3 nd Stage 10%The company is undergoing major growth and is breaking even or turning a profit. Use of funds could include a plant expansion, marketing, or new product development including product branding, positioning and other intangible assets that add value to products.
Bridge 0%The company expects to enter into a loan agreement with a lending institution within 6 months to a year and requires financing to “bridge” to the loan financing.

TIFF is looking for projects offering the potential for attractive growth. Some of the parameters critical for investment selection are:

  1. Management: a strong and committed management team with a demonstrated track record and integrity;
  2. Market: high growth potential in the market, which the investee seeks to serve. The market will need to be quantifiably large with growth opportunities especially in emerging areas that address global demand in tourism, not stagnating subsectors;
  3. Competitiveness: the business should possess – or be willing to create under TIFF supervision – the ability to develop and retain a long term competitive advantage;
  4. Return on investment: there should be a logical and visible exit mechanism available for TIFF that provides attractive capital appreciation with above-average profitability. Above average profitability is defined as inflation + 1-yr yield from T-bills + annual GDP growth rate + a risk markup of 3%. For example, if inflation is 3%, 12-month T-bill yield is 4%, GDP growth is 2%, and risk markup of 3%, than ROI should be baselined at 12% (3%+4%+2%+3%). Risk markups are judged through the risk rating systems. See further down this FAQ list for an explanation of the risk rating system.
  5. Social impact: every business TIFF invests in is also evaluated on the basis of the social impact it has, defined as new jobs created, capacity built for local entrepreneurs, gender balance achieved, and advocacy strength

All these elements are evaluated before entering an investment, where TIFF runs its initial screening process, described in a separate document of the Investment File.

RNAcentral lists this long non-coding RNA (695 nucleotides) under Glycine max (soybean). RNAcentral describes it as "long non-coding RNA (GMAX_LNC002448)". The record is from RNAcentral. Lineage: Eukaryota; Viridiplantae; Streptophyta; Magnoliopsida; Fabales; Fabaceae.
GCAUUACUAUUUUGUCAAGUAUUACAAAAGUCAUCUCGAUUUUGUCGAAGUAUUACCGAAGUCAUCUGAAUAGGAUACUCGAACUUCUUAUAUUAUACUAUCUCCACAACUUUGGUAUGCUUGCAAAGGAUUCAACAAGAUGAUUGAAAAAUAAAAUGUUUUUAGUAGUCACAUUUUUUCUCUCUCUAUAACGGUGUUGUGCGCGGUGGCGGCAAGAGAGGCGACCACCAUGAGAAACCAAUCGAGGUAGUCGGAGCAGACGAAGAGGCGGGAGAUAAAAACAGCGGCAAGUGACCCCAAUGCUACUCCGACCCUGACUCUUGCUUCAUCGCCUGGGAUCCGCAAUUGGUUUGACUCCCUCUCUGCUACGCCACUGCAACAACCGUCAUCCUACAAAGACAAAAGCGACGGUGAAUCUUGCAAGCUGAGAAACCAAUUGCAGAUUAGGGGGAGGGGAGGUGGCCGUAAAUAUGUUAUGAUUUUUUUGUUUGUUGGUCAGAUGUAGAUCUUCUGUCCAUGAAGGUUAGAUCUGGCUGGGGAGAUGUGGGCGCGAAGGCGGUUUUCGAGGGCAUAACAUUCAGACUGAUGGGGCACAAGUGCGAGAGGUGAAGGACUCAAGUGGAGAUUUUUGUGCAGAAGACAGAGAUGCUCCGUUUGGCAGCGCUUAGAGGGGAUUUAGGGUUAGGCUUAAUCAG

TIFF will initially invest anywhere between $10,000-50,000 per investment. However, the board and investment committee can decide to invest sums larger than $50,000 for opportunities that present greater return prospects. Also, as TIFF endowment grows bigger, investment range will be adjusted accordingly. It is estimated that once the endowment breaks the $2,000,000 mark, TIFF can start investments as large as $100,000 per business. These ranges are, however, subject to approval from the investment committee.

TIFF uses a full system of risk assessment, classification, and mitigation. Please see risk assessment and rating further down this FAQ list.

TIFF investment committee runs a full strategic assessment report on all businesses that pass the initial screening process. This strategic report positions the future of the business in the market, aligning how the business will compete considering the industry, competition, marketing, demand, and strategies that will be employed. This assessment is done prior to making a decision to invest in the business. Both the results of the initial screening and the strategic assessment report are presented to the board at time of decision.

Direct management is used as a concept at TIFF to ensure that businesses don’t invest in ill-fitted ideas, and that TIFF has actually a tool to protect its investments. To achieve these two objectives, TIFF has two mechanisms that guarantee direct management. When TIFF decides to invest in a business it enters into a shareholder agreement with individual businesses. As part of that agreement, TIFF requires that the business be willing to follow an actual business plan that derives from the strategic assessment report prepared at time of investment evaluation. TIFF also requires that the business allows joint management until the business reaches a minimum growth rate of inflation + quarterly GDP growth within the first 3 years from investment. Businesses are also required that – in order to get funded – they must be willing to be audited monthly by TIFF, allow promotion and marketing to be designed by TIFF experts, and allow survey and evaluation of each intervention. Also, for a business to be able to get back returns from TIFF as new investment in the business, they have to follow an investment plan proposed by TIFF experts, which aims to enhance current operations.